January 2023

Hedges have been taking up a lot of time and attention on the farm lately.  Here is our cluster group a few weeks ago enjoying a talk from hedge specialist Sarah Barnsley from the Peoples Trust for Endangered species.  We discussed many details of hedge management, from planting eg how many plants per metre, at what spacing, what mix of species, to the intricacies of trimming; annual, biennial, triennial, incremental, and at what point in the season.  Later season cutting clearly leaves more fruit for the birds, especially on growth older than one year, but this poses a problem on wet land where farmers are usually keen to cut hedges early in the autumn before the land wets up then stays wet all winter. Later cutting means the hedge trimming tractor will make terrible ruts in soft ground.  Then we moved onto laying and coppicing, which are necessary when the hedge has been allowed to grow up beyond trimming height, or the stems have become too thick for a flail trimmer.  In an ideal world all our hedges would be on a long term rotation of laying or coppicing, gapping up, and two or three yearly incremental trimming for 15-20 years, until the laying can be repeated.  At the point of laying or coppicing the hedge can produce a lot of logs for firewood, a valuable and renewable source of energy.  I recently discovered how Ross Dickinson, a farmer in the Beaminster area, has made a successful business from doing just this.  For a more detailed explanation have a look at this article in the Marshwood Vale magazine,

or to hear Ross explaining it himself, here is a link to a talk he gave to the Royal Forestry Society.

On the farm here we have hedges at all stages of condition, and after many years of flail trimming most hedges every other year, we are now planning on doing a quantity of laying and coppicing every year, aided where possible by our countryside stewardship scheme, which pays for a proportion of the costs involved.  The first thing to do will be to assess every hedge and record its condition, and this can be made quite straightforward if assessments are based on the Adams scale, a series of diagrams of the stages of a hedge’s life which helps to assess it and suggests how to bring it back to useful condition, as conceived by Nigel Adams. https://hedgerowsurvey.ptes.org/hedge-management-cycle

The most difficult decisions usually involve the oldest hedges, which are often gappy and overgrown, some sections are shrouded in ivy, and are more a line of trees than a hedge.  To bring it back to a useful hedge, that is, a condition to provide the best outcome for nature, generally means it needs coppicing (cutting off close to ground level).  This sounds pretty extreme, but it is surprising how many of the mocks (stumps) will regrow the following year.  We will then ‘gap up’ (fill the gaps between mocks) with new young trees (whips), protected from rabbits and hares by guards and supported by bamboo sticks, and then fence in the hedge on both sides to keep browsing animals at bay, eg deer, cattle and sheep.  We have some stretches of very gappy hedge in prominent parts of the farm, which look fabulous when in flower in May, but are in truth gappy overgrown shrubs, with no bottom and little useful habitat for more than birds to perch and nest. 

Should we bite the bullet, cut them off, gap them up and fence in, then look the other way for the next 5 years until they have grown back a bit?  The reason we have hedges in this condition is that we have allowed them to grow to their natural shape, without trimming, for many years, and being mostly shrub plants, they eventually reach the end of their lives, and fall over.  The best way to keep a hedge in shape is to periodically lay it, as Mr Dickinson says, every 15-20 years.  This is less violent than coppicing, and preserves the right genetic material in the hedge, rather than importing new plants from elsewhere.  Laying is slow and expensive, well suited perhaps, to the newly retired.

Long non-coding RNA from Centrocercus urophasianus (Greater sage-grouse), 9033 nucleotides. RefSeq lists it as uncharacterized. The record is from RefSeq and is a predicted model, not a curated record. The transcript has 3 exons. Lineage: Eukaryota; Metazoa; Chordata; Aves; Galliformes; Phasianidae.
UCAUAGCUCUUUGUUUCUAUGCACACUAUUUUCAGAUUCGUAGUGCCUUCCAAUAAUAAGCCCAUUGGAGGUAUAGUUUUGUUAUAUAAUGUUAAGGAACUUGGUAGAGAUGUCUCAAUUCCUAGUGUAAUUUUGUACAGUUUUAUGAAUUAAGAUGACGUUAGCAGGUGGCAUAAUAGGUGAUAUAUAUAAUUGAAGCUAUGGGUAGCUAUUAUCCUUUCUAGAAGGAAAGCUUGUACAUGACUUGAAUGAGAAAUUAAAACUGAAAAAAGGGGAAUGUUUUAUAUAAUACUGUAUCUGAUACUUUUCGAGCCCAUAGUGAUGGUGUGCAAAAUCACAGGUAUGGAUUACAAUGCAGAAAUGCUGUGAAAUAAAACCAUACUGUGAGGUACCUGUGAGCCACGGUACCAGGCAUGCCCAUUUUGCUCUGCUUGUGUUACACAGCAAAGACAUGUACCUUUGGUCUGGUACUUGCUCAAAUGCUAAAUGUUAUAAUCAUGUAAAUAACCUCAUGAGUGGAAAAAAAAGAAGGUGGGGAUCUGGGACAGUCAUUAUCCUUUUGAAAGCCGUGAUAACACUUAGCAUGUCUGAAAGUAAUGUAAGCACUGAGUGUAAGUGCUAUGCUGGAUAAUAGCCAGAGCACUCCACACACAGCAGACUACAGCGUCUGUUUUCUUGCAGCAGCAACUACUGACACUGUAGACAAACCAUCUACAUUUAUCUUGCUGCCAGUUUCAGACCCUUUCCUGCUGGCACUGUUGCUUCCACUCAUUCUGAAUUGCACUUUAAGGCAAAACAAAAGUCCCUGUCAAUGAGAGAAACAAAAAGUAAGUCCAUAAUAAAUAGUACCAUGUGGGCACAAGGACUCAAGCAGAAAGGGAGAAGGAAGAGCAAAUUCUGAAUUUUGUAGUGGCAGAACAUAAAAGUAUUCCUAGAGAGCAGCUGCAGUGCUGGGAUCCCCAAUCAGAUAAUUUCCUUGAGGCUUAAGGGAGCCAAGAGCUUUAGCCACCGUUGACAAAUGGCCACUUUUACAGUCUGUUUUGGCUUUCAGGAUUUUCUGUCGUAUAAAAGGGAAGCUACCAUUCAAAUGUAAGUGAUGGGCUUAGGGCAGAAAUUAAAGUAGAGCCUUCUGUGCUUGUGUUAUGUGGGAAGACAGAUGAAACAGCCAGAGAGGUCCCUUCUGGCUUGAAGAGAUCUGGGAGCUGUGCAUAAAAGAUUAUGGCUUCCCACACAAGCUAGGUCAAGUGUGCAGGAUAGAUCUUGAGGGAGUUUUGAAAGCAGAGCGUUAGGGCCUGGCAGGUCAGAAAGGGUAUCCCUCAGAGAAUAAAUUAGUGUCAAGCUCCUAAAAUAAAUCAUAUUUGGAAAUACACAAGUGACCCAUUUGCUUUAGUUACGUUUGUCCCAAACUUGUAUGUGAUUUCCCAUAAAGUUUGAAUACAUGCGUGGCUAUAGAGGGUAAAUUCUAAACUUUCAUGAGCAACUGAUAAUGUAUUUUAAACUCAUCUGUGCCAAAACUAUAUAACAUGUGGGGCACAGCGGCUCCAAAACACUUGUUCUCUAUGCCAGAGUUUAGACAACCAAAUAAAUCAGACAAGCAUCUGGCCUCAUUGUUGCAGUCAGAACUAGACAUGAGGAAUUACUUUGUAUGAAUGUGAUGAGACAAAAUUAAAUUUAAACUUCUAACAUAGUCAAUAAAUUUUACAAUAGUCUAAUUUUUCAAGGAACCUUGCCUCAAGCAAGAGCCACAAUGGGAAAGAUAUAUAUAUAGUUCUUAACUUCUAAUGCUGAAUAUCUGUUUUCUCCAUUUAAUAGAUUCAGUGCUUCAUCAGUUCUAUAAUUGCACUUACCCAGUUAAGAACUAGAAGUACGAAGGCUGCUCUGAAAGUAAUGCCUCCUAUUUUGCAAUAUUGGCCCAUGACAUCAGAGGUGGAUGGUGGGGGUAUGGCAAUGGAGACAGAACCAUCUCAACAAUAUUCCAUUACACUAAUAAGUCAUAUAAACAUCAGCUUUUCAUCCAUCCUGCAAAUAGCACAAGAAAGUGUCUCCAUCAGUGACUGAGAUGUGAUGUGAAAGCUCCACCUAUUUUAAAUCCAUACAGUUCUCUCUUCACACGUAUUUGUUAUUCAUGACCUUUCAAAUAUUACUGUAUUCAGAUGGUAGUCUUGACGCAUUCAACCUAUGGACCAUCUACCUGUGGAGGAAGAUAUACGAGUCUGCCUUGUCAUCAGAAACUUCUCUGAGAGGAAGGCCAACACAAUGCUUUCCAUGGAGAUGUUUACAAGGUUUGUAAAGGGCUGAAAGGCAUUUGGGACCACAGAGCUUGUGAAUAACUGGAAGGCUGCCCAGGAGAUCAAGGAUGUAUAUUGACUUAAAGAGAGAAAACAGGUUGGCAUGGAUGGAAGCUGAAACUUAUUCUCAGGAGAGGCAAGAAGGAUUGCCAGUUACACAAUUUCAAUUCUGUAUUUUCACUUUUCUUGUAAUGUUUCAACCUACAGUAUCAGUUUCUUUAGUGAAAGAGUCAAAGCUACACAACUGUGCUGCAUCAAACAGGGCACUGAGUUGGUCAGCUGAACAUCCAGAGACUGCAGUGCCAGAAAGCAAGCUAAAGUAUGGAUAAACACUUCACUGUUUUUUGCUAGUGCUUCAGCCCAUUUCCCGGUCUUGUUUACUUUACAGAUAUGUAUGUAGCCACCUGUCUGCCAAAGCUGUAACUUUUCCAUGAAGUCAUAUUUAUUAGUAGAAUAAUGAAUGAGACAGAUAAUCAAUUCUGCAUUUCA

For the last 6 weeks, when the weather and pressure from other work has allowed, we have been planting new hedges, our ambitious plan in the stewardship scheme is to plant 1700m.  The daft thing is that the rules in the 5 year countryside stewardship scheme dictate that all capital works, (as jobs of this nature are known) must be completed in the first two years of the scheme.  We have asked many times why this cannot be altered to cover the whole 5 years, to spread the labour/time commitment.  We did not get the go ahead for the new scheme until it was too late to plant much last year, so we are now left with a huge task to complete in a single season. 

Fortunately we have been able to recruit willing, indeed keen, assistance, in addition to the always keen and hard working home team, so on many days we have had 6 or 7 on the job when it is not pouring with rain or frozen solid.   We managed up to 190 metres planted and guarded on the best sunny day last week, the team divides into diggers, planters and stick/guarders, with occasional swapping around, progress has been impressive, even with very flinty ground in places.  The job won’t be complete until the hedge is safely double fenced to keep out marauding animals.

Speaking of whom, the youngstock are progressing across our acres of carbon capture cover crops, sown after wheat back in September.  The whole area was sown late as we were waiting for some rain before sowing, the bone dry seedbeds didn’t promise good germination.  The consequence of late sowing is that the crops haven’t grown as much as we would hope in spite of the wet and mild autumn.  The days get shorter, and sun lies lower in the sky.  Good cover crops are a crucial part of trying to meet some of the ambition of regenerative farming, which aims to improve soil health and reduce reliance on artificial fert and chemicals; diverse well rooted crops growing in the soil at all times is the aim, and the incorporation of livestock should help too, the act of grazing stimulates plants into more growth, unless it is too cold.  They can recycle a proportion of the plant material into manure that can be used by the next crop due to be planted in spring.  The cattle are moved on daily, they get a hectare per day, and are always keen to move on when allowed.